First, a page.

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May 04, 2016

Around the world, scientific and advocacy communities are engaged in an active discussion on neonicotinoids (a.k.a. neonics) and their impact on bees and other pollinators.

Although we’ve already committed to phasing out the use of neonics on our plants by the end of 2018, there’s more you may want to know if you’re concerned about these insecticides.

We’re deeply engaged in understanding the possible relationship of the use of neonics on plants and the decline in the honeybee population. To that end, we remain in contact with the EPA, scientists, the insecticide industry and our suppliers to understand the science and monitor the research.

Plant Tag“In total, we’ve now spent three years searching for clarity on the possible harm flowering plants have on pollinators,” said Ron Jarvis, vice president for environmental at The Home Depot. “Although we haven’t found any clear science that confirms what levels in plants are unsafe for pollinators, we will continue to offer natural and organic alternatives for plants and continue to work with our suppliers to phase out plants treated with neonics in our garden centers.”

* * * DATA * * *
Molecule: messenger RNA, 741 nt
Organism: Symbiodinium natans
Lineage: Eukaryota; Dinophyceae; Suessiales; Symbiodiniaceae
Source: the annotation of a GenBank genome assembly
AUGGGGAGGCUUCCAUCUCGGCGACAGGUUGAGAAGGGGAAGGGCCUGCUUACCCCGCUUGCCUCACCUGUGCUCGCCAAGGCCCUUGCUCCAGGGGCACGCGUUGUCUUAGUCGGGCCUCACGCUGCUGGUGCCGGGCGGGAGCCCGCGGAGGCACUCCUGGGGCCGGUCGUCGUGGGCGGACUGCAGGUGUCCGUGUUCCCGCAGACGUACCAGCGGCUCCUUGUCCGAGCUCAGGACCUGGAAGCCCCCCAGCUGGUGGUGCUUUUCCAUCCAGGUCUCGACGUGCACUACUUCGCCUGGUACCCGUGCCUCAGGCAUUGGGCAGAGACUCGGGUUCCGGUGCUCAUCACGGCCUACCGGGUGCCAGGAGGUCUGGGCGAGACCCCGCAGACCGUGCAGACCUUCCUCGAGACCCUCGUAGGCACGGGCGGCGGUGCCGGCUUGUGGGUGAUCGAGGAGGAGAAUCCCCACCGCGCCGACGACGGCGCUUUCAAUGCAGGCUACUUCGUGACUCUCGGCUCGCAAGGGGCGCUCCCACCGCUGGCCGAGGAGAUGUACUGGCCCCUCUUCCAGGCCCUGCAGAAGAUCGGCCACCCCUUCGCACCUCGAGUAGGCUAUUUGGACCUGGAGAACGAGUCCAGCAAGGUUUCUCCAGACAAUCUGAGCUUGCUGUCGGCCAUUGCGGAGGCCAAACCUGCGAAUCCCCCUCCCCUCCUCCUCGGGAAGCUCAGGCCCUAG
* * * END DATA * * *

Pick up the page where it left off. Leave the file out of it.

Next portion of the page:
Our contribution to the total neonics exposure is extremely small. In fact, more than 80 percent of our flowering plants are neonic-free.

What Else We’re Doing
Most retailers and nurseries sell plants treated with neonics, but since 2014 we’ve been one of the few that labels these plants to help you make an informed purchase if you’re concerned about the use of this insecticide.

We offer many natural insecticide alternatives and neonic free plants that that our garden associates will be happy to help you find, along with other organic fertilizers and other natural products.